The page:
In the late 18th century, many European type hunting dogs were imported to America, most of them of Scottish, French, English, and Irish ancestry: the English Foxhound, the Harrier, the Grand Bleu de Gascogne, the Welsh Hound, the beagle, and the Bloodhound were among these. Most often, these dogs were imported so that wealthy planters of the Tidewater could mimic the European gentry and engage in foxhunting, with smaller amounts of dogs winding up on small farms. However, after the American Revolution, as settlement pushed farther West and deeper South, hunters discovered they had a problem: the hounds imported from the late 18th and early 19th century British Isles and France were bred to hunt in different terrain than what was on offer in the American South. By late in the reign of George III much of the original oak forests of England, Scotland, and Ireland had long since been cut down to service the Royal Navy and many of the peat bogs were being mined for use as a source of fuel; with the exceptions of badgers, rabbits, and foxes much of the original fauna that would have inhabited these lands had become extirpated over time. The French aristocracy owned a few private reserves for themselves to hunt in, but typically their dogs could get away with having a colder nose as the amount of land to hunt on was still limited. This was in stark contrast to the American South, which included many hundreds of miles of subtropical bald cypress swamps and hardwood forest . The terrain was loaded with animals that would fight back viciously to the death, like alligators, black bears, porcupines, cougars, or raccoons. When confronted with such conditions the European breeds were almost useless since none of the aforementioned animals burrow into the ground or passively run from trouble: when confronted with prey that climbed a tree or in some cases tried to throw off their pursuers in deep, swampy water, the dogs would mill about pacing below the tree, confused. When confronted with porcupines, they would sometimes even flee when the lead dog was quilled. Over time, Southern hunters would selectively breed dogs that would not back down, had great stamina, and would "hound" their prey until they treed or cornered their exhausted quarry, leading to modern coonhounds.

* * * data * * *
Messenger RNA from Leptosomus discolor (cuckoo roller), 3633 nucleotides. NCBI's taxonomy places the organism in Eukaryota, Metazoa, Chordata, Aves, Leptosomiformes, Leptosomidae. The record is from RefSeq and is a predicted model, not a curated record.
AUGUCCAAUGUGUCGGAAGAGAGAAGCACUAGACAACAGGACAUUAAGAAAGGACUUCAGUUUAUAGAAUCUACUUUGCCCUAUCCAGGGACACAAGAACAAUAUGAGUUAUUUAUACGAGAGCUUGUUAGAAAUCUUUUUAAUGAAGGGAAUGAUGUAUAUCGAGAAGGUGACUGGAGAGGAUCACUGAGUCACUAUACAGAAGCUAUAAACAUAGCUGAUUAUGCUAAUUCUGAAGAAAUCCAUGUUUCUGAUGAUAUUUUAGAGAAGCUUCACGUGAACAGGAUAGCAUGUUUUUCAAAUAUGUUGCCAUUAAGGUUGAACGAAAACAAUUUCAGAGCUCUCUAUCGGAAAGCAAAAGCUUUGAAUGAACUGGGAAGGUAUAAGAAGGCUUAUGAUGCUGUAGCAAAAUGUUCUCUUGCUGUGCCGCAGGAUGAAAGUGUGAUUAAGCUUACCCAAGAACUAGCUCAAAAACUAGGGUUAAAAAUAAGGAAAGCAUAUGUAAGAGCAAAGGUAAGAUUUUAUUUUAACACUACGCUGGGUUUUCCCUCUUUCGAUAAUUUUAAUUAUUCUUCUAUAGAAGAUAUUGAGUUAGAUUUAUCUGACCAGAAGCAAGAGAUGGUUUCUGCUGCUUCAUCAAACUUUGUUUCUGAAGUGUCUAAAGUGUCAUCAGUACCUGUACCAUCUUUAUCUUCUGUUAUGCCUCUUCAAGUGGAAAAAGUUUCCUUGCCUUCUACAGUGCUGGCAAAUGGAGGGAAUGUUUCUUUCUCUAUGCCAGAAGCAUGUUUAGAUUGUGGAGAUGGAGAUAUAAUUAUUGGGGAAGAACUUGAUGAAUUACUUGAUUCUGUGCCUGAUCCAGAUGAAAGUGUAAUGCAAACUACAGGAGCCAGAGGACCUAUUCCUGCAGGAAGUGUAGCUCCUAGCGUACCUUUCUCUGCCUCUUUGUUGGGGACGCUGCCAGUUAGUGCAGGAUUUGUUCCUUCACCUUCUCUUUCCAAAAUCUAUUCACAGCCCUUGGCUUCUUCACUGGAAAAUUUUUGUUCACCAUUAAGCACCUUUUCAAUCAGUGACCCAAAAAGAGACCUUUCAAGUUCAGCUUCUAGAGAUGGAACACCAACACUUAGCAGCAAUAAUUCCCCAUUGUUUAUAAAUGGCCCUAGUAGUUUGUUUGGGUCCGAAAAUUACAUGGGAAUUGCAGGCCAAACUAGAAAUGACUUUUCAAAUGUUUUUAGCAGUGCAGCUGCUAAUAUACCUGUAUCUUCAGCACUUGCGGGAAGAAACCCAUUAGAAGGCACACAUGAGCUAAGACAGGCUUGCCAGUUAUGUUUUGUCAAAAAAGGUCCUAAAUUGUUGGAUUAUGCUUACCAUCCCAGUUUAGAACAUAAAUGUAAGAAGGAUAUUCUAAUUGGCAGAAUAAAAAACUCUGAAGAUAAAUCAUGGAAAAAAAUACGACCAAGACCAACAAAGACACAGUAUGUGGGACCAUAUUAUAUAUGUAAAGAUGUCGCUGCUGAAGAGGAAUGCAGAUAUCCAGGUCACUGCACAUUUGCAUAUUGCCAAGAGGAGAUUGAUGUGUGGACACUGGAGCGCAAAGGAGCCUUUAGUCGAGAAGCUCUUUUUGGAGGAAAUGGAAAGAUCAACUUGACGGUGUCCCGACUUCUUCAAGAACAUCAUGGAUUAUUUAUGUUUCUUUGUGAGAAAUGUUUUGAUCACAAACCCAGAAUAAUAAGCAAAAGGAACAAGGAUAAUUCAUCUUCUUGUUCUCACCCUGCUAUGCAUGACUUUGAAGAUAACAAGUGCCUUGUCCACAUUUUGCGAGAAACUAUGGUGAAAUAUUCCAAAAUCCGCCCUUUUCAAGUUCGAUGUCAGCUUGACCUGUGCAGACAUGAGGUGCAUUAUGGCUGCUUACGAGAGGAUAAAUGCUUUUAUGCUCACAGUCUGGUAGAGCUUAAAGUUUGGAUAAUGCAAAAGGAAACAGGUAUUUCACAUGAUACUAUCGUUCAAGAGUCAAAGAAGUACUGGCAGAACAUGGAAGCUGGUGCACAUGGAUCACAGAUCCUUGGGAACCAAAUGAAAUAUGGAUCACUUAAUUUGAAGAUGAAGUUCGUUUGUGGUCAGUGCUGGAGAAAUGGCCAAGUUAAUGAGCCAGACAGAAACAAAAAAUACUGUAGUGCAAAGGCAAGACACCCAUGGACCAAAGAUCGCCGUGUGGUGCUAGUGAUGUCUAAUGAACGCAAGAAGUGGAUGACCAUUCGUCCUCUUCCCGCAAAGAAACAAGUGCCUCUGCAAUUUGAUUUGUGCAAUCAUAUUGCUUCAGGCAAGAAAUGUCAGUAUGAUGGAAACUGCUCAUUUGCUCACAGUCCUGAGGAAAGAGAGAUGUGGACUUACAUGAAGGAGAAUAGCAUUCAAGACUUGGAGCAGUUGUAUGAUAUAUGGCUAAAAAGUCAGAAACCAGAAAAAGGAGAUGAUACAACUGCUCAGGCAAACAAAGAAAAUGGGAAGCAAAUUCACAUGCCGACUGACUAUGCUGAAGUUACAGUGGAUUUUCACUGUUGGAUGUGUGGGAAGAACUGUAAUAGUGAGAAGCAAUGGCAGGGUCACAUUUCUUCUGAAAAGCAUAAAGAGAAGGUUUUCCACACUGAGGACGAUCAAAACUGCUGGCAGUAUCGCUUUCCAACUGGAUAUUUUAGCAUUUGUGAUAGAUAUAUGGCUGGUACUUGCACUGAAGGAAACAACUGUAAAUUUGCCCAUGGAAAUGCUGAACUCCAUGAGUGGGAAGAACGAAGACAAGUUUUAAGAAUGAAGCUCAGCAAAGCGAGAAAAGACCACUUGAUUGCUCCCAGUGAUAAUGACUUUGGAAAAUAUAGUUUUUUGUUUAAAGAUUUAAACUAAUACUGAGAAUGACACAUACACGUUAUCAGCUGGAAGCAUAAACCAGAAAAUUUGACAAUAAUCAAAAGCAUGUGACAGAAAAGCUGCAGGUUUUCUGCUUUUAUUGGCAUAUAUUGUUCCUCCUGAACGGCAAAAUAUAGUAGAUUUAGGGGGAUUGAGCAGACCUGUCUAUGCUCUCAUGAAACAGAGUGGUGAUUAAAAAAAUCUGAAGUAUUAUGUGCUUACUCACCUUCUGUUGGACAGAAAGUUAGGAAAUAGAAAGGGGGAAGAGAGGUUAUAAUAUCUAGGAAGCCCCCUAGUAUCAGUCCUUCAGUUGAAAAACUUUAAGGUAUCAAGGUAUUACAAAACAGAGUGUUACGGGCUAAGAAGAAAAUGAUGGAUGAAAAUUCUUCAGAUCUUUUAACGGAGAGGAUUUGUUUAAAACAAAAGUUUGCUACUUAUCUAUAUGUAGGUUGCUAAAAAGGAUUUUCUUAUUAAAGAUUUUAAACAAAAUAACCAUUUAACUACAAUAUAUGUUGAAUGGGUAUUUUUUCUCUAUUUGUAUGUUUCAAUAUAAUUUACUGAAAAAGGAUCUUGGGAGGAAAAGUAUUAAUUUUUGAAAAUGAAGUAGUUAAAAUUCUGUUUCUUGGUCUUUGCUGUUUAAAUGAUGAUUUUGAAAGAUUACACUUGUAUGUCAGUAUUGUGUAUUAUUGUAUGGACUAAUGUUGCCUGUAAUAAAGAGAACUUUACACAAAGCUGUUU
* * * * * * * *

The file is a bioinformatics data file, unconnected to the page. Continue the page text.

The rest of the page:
In the late 18th century Scottish immigrants brought with them red colored foxhounds to Georgia, dogs which would be the foundation stock of the Redbone. Later, c. 1840 Irish bred Foxhounds and Bloodhound lines were added to the mix. The name would come from an early breeder, Peter Redbone of Tennessee, though other breeders of note are Mr. Redbone's contemporary, Georgia F.L. Birdsong of Georgia, and the Dr. Thomas Henry in the 19th century. Over time, breeders followed a selective program that led to a coonhound that is more specialized for prey which climbs trees relative to European hunting dogs, was unafraid of taking on large animals, was agile enough to carry on over mountain or in meadow, and liked to swim if necessary. They were ideal for pack hunting of both small and larger prey. Originally, the Redbone had a black saddleback, but by the beginning of the 20th century, they were an uninterrupted red tone.
Like many American hunting dogs, especially those from the South, they were widely known and loved by hunters and farmers, but totally unknown in the show ring. Recently, this has changed, and the Redbone has found recognition by the two major American kennel clubs. The breed was classified at the AKC Westminster show for the first time in 2011. Unfortunately, for reasons of its main use as a hunting dog rather than a show dog Redbones are extremely rare dogs outside of the United States. There are very few breeders outside of North America of this hound and it is virtually unknown in Europe or Australia.
The Redbone Coonhound is also shown in books and films such as "Where the Red Fern Grows." "Where the Red Fern Grows" is a story about a young boy and his coonhounds enjoying life with the hunt. The book is found at many library's across the country and teaches a lifelong lesson about love and friendship.
Famous Redbone Coonhounds
- Where the Red Fern Grows is a story about two Coonhound dogs ("Old Dan" and "Little Ann") and their owner Billy Coleman. The book was written by Wilson Rawls in 1961, then turned into a movie in 1971.
- The Outlaw Josey Wales is a story of a Civil War Veteran who has everything, including his family, taken from him by a group of renegade Union Soldiers. During his quest for vengeance, he picks up other loners who accompany him on his path, one of which is a Redbone Coonhound.
- Redbone Coonhound, American Kennel Club, retrieved 11 August 2014
- Walker, Ben (14 February 2011), "New dogs hope to learn old tricks at Westminster", Seattle Times